Here's a video of a lecture of Mr. John Bellinger, a legal advisor for the Department of State, United States of America who is speaking at the inauguration of the Center for International & Comparative Law at the Duke University School of Law. He delivers a lecture on "Transatlantic Approaches to International Law & Institutions". Mr. Bellinger attempts at justifying the the Bush Administration's stand on International law as being non-antagonistic. He discusses "contentious and misunderstood" issues of international law mainly those of counter-terrorism laws & policies on matters especially the detention, questioning & transfer of members of the Al Qaeda & the Taliban.

Friday, November 10, 2006

Seeds of the Society for Global Democracy

Globalisation and democratization have been persistent themes post World War II. Ironically, democratization within the global order has rarely been sought in this era of global unity. In fact an increased estrangement with globalisation is strongly felt in light of the hierarchies and divisions, which naturally accompany such efforts. When one speaks of equality, be it at any level, it is inevitably tinged with a level of cynicism, for some are always more equal than others. How then do we enshrine ‘democracy’ and ‘equality’ as hallowed legal precepts? The ‘global’ conscience condemns nations governed by undemocratic governments, but who may condemn the ‘global’ conscience for failing its own standards? Is law, but a tool for the powerful to express and enforce their views? Or is the rule of law above the dictates of such power equations? It is to examine such debates that we embark on this venture.
Scholars acknowledge the division of nations on lines of power, with the powerful North commandeering the world order. The United Nations and its veto-vested Security Council are the symbols of global order. However can, or has global order assured global democracy? The invasion of Iraq, the bombings in Lebanon would provide us answers in the negative. Is the global order today positioned to enrich a select few states? Is empowerment of the less powerful nations an impossibility within this framework? Further ought empowerment and equality be demanded as a right or accepted as a token of charity? Is the entire gamut of ‘law’ phrased as ‘international law’ a system driven by brute force and coercion? Is legality propelled or legitimized by the power balance?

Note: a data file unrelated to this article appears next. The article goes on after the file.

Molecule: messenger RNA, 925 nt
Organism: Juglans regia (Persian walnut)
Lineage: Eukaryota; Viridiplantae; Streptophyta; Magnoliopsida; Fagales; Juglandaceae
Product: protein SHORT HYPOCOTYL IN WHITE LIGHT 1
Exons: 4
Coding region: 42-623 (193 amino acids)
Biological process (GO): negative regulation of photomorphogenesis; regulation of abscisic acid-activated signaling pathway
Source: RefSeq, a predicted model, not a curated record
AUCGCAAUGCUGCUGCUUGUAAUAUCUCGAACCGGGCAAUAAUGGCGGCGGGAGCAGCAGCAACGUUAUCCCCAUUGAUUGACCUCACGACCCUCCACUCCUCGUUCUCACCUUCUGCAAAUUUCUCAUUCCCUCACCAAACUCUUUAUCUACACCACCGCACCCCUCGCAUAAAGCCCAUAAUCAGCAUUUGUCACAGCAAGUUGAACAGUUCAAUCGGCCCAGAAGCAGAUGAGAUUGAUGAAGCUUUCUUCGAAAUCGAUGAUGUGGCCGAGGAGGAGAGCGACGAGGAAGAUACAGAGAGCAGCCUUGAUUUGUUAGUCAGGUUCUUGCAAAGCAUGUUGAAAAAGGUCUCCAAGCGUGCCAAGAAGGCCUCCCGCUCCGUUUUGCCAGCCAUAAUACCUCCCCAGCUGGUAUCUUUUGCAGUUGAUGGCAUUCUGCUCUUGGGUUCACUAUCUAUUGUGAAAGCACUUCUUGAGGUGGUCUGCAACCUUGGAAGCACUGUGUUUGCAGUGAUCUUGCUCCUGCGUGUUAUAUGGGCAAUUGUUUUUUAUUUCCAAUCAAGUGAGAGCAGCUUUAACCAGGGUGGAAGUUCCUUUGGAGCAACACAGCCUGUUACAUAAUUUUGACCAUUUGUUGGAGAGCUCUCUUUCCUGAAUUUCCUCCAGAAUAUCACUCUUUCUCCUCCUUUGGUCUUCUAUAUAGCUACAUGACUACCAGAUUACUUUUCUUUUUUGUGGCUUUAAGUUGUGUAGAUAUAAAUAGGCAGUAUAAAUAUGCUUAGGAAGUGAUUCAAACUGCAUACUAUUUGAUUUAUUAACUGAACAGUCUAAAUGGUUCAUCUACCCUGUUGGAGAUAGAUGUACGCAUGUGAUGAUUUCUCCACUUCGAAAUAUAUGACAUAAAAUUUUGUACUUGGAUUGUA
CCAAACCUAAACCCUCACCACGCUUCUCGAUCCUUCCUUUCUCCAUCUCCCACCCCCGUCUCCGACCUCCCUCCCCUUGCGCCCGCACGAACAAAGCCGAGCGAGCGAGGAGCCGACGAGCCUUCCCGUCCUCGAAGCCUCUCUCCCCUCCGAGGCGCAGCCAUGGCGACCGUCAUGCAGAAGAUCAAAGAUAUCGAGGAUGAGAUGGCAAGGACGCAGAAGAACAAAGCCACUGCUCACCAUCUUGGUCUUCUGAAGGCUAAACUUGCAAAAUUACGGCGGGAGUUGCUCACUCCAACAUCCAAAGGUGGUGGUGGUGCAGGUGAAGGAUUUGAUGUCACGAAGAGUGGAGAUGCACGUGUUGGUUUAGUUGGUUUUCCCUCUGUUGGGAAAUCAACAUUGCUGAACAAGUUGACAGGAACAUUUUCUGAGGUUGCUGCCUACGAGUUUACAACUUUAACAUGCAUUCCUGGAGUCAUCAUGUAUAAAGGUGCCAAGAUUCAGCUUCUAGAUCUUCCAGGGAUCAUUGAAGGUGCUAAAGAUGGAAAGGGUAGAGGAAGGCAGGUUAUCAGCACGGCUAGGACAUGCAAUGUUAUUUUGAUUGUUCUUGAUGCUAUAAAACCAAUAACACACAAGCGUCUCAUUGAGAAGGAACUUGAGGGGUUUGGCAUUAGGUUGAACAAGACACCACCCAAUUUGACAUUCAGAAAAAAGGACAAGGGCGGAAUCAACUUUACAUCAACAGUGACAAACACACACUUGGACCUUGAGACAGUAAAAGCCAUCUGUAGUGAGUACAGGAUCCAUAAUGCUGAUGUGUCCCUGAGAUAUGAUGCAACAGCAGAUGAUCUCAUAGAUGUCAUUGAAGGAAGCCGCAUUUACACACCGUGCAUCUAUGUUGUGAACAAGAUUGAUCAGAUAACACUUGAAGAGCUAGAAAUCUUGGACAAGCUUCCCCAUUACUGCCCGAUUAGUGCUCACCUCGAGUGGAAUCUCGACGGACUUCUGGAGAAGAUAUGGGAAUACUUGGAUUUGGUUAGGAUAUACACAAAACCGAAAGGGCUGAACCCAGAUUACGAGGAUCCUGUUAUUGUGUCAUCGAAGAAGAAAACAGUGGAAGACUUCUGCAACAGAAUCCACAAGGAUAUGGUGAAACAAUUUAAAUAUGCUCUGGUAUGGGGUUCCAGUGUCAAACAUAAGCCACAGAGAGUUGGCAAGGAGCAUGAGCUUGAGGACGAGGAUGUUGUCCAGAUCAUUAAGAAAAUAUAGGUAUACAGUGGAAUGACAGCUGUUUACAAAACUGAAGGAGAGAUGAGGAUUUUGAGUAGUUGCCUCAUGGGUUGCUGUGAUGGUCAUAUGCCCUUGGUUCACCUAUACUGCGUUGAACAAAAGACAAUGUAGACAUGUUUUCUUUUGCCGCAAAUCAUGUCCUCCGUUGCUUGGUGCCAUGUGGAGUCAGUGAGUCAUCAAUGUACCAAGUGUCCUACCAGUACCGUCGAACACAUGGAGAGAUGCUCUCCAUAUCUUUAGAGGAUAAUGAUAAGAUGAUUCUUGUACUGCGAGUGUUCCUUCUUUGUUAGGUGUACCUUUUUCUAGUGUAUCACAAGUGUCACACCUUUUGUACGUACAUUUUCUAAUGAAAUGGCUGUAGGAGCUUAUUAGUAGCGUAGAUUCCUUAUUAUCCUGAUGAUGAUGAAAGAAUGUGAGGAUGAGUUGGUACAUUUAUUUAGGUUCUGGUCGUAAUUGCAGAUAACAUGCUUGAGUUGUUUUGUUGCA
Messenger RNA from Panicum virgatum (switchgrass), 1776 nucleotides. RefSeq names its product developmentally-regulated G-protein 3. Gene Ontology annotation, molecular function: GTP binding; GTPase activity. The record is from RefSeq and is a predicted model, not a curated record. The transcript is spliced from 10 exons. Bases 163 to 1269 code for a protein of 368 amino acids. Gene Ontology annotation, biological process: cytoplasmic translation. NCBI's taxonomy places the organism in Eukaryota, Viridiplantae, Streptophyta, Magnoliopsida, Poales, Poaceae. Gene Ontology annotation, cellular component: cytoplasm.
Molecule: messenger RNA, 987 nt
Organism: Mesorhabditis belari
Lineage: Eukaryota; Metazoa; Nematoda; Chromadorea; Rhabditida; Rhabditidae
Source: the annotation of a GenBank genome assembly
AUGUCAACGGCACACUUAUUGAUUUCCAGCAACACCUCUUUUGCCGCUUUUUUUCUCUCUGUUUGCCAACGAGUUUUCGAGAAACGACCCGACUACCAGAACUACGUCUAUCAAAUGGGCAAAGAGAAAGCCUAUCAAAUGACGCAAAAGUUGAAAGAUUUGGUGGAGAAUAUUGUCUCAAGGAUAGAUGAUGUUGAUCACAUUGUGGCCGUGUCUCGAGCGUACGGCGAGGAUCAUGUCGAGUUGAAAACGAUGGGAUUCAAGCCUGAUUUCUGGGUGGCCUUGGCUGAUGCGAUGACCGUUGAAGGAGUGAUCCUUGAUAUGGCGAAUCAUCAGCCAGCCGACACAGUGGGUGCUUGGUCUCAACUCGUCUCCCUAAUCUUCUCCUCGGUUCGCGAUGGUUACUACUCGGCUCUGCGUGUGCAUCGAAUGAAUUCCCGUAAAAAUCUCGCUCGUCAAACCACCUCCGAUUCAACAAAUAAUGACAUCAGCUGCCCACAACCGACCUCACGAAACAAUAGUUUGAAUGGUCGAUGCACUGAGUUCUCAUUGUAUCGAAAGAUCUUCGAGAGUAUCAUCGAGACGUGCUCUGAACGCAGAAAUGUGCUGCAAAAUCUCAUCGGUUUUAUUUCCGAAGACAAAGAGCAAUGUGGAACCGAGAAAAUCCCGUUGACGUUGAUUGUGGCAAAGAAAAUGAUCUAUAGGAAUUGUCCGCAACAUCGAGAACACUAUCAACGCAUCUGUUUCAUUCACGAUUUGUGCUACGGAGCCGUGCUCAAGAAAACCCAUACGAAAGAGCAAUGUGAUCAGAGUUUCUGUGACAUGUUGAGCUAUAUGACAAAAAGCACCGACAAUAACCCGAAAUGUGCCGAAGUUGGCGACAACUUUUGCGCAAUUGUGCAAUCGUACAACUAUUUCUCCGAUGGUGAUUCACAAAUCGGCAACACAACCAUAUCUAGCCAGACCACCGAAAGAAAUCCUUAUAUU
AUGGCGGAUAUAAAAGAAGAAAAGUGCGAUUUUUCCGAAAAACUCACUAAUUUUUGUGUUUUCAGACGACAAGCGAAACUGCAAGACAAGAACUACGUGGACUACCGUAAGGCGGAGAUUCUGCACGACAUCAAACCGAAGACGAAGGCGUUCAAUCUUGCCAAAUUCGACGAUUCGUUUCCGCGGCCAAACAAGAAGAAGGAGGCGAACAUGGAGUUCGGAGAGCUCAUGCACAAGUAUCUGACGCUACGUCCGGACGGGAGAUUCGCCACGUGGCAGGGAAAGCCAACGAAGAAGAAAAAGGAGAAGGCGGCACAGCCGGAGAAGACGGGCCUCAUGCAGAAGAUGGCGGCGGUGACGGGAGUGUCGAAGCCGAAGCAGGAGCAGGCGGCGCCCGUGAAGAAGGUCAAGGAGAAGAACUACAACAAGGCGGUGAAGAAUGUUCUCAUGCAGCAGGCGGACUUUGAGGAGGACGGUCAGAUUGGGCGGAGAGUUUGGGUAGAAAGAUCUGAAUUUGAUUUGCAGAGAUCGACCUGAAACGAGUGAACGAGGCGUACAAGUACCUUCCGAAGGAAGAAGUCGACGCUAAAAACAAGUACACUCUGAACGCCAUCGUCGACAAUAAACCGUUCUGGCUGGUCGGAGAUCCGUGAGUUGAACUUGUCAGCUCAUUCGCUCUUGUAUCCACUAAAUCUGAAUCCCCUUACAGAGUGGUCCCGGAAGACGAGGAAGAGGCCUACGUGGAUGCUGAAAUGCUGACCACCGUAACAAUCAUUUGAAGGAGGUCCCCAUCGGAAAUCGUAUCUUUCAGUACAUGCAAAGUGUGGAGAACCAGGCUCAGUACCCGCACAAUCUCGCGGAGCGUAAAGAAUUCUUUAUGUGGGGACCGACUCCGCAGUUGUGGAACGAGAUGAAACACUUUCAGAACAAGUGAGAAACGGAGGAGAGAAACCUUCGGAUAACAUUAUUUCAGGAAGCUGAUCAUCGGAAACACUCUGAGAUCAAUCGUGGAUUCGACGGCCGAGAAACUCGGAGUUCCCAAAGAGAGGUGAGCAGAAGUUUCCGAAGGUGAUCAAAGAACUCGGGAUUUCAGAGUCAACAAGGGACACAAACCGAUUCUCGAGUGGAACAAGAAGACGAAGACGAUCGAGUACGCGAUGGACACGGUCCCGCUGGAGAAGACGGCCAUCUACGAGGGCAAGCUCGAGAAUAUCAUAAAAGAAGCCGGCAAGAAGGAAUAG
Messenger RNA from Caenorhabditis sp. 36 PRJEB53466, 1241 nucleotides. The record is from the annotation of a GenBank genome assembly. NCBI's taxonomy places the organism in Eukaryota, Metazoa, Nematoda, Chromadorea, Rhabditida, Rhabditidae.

The demand for global democracy to increase participation of the world’s people in the global institutions that shape the course of millions of lives has oft been demanded. Further many have raised the prospect of a world parliament and a system of equality sans preferential powers like vetoes. Is such a desire for decentralisation of power a viable, can we actually make the shift from a world that is unipolar or bipolar at best, to one based on the spirit of democracy. Is democratization of global governance actually possible? Are such thoughts politically viable or mere flights into fantasy?
We, the participants of a democracy labeled as a part of the ‘South’ need to ask such questions and demand answers. As students of law, our search for answers becomes even more relevant. Is a global democracy a feasible alternative to the present international system, which is undoubtedly a ‘primitive system’ bereft of legality or morality – much like Hobbes’ conception of the state of nature – nasty and brutish. It is to generate discourse on the true meaning of equality, democracy and legality that we seek to create a platform. Beyond the textual definitions of these legal precepts, well known to all is a reality unknown to most. It is reality that fills colour into legalisms, but only when viewed in perspective. We seek to achieve such a critical perspective and view the law and reality in a manner, which is contextually relevant. We further seek not to limit ourselves to criticism but also seek alternatives and proposals so that democracy and global democracy do not remain relegated as unachievable ideals.
Our Patron’s Vision for the Society
Our Patron, the Hon’ble Vice-Chancellor Professor (Dr.) B.S. Chimni has envisioned the society as the seat for initiating this global phenomenon and movement, which is global democracy. In this regard what he desires is not a top-down approach but rather the insurgence of awareness from the student fraternity itself, which would thence provide impetus to this growing movement. Scholars around the world are engaged in this movement, and our University is ideally positioned to contribute to this movement. Thus, it is the desire of our Patron, that this Society’s scope be expansive and instrumental in creating dialogue amongst students, rather than merely restricted to organization.
Undoubtedly, organization of national and international colloquiums, debates, essay writing competitions, publication of a journal etc. shall be an integral part of our endeavour. However the primary objective of all these ventures is to provide the impetus for this global movement amongst the students and thus, this society is envisioned as an academic society with purpose of raising consciousness regarding the concept of global democracy, revisiting notions of equality and democracy with special emphasis on the Global South.